Over the years successful therapeutic diets tend to morph in name but not in substance.  That is, the same dietary lessons are learned over and over again, and then introduced as something new.

These were considered a problem more than 150 years ago.

These were considered a problem more than 150 years ago.

Historically, reducing carbohydrates has been proven to reverse certain diseases.   Back in 1843, a physician named Stanislau Tanchou presented a paper to the Paris Medical Society claiming he could predict cancer rates in every major European city over the next 50 years, based on the percentage of grain being consumed in that city.  His predictions were shown to be exactly correct.  In cities where grain consumption was higher, cancer rates were higher.  And in populations where grains were not consumed, cancer did not exist.  Dr. Tanchou also noted that cancer would never be found in hunter-gatherer populations (paleo), because these peoples did not include grain-based foods in their diets.  Anthropologists studied the hunter gatherer tribes known around the world then, and no cases of cancer were found.

Eighty years passed, then in 1924, Otto Warburg (who received the Nobel prize for this work) showed that cancer cells metabolize energy differently than healthy cells.  Cancer cells  fuel themselves exclusively through the fermentation of glucose (sugar) anaerobically whereas healthy cells can use either glucose or ketone bodies.  Cancer cells consume sugar 19X the speed of normal cells.  A study carried out by Johns Hopkins researchers found evidence that some cancer cells are such incredible sugar junkies that they’ll self-destruct when deprived of glucose.  The glucose or sugar discussed here comes from carbohydrate consumption, not just simple sugars.

Then about 50 more years passed and Dr Robert Atkins proved that the way to reduce heart disease, high cholesterol (and triglycerides), AND diabetes was to greatly reduce carbs.  He published  Dr. Atkins’ Diet Revolution in 1972, and a second book, Dr. Atkins’ New Diet Revolution (2002),  where he modified parts of the diet but did not alter the original concepts.   He endured considerable persecution for his findings but his files were filled with supportive clinical data which he invited his peers to review.  The potential economic impact of his findings was huge especially the reversing of diabetes.

In medicine, a patient cured is a customer lost.

The Atkins diet has an initial break-in period where carbs are extremely reduced to reset the liver’s broken metabolism of carbs.  Once repaired (about 2 weeks or so), the body relearns to metabolize fat for fuel instead of storing it and only processing carbs.  (In this broken state, people are carboholics.)  Atkins, who had a weak heart himself, saw the indisputable connection between carbs and heart disease and carb metabolism and diabetes.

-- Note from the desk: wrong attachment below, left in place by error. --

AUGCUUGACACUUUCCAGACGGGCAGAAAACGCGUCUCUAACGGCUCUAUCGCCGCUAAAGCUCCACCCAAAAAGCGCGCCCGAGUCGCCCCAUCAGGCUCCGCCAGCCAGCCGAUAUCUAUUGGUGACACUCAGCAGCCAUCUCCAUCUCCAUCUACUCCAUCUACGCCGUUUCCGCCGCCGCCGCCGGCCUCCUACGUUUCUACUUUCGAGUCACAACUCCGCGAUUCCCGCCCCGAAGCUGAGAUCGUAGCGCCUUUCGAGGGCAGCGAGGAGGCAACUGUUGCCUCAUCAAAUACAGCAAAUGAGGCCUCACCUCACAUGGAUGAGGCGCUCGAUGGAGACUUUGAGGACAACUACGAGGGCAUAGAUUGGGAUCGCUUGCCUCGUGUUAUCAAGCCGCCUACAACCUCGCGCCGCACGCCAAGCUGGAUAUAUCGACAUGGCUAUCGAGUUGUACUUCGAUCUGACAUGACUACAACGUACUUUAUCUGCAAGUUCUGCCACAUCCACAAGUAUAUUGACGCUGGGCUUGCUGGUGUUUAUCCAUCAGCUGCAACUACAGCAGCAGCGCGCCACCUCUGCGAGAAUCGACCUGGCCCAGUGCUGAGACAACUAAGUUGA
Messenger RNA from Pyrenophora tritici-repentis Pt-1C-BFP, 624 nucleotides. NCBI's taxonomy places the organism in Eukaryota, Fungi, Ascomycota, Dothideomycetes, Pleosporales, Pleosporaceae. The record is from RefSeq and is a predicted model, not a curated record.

In addition to cancer, heart disease, high cholesterol and obesity, low-carbohydrate diets are used as treatments for some other conditions, most notably epilepsy (especially in children), chronic fatigue syndrome and polycystic ovarian syndrome.  Since the indicators point to a deficient liver function, the place to begin herbal intervention would be the Gentle Liver Cleanse.

The goal of a  ketogenic diet is to redirect the liver to process fats for fuel, instead of ignoring them in favor of carbohydrates.  It is centered on grass-fed pasture raised meats, fish, fats, non starchy veggies, eggs, and limited nuts.   An internet search will provide many ideas and recipes.  The purpose of this post is to stress WHY this diet is important therapeutically.  In my view, this diet should be used to correct imbalances that are manifesting in the body, and, as these correct, one should transition to a healthy balanced diet.

So it was difficult for me to concept that grains are ‘bad’ for us.  It has since become apparent that the grains are problematic when not processed properly.   How to properly process grains is explained in this post.



4 Responses to Ketogenic-like diets

  1. Jordan says:

    Pat – I read of a recent study that showed that the Keto diet was not helpful, and possibly harmful, when dealing with melanoma. Do you have any thoughts on this? I have a mole that I am concerned about and don’t want to make the problem worse.

    • PatBlockND says:

      Hello Jordan,
      Step one, see who paid for the study. If it is a benign sounding organization, see who funds the organization.
      Step two, follow the blood type diet. Many keto diets include pork and coconut which are both inflammatory and ill advised for ANY one. So you can do keto within the guidelines of your blood type diet.
      Step three, combine Andiroba (carrier) oil with Frankincense essential oil and apply topically 2X daily. Many have seen good results with that.

  2. Jordan says:

    Thanks for the reply. I have been using Perrins Blend topically, and also using frankincense mixed in a carrier of either castor and jojoba oils, or apricot seed oil. Trying to determine best dietary approach. Do you recommend I follow your general cancer guidelines regarding energy, circulation, diet, etc. Does melanoma require any different approaches? Thanks again.

  3. Jordan says:

    Pat – Another diet question. I am type A. Blood Type diet for A basically cuts out all meat, except for maybe sardines, chicken and turkey. Eggs are also allowed. But reading the D’Adamo website says to limit meat consumption. Also says to not eat butter. Any tips on how to undertake a Keto diet using Type A diet guidelines. It seems that I would be consuming too many carbs to achieve ketosis. Maybe just a modified version of the BT Diet to allow for ketosis to occur? Thanks.

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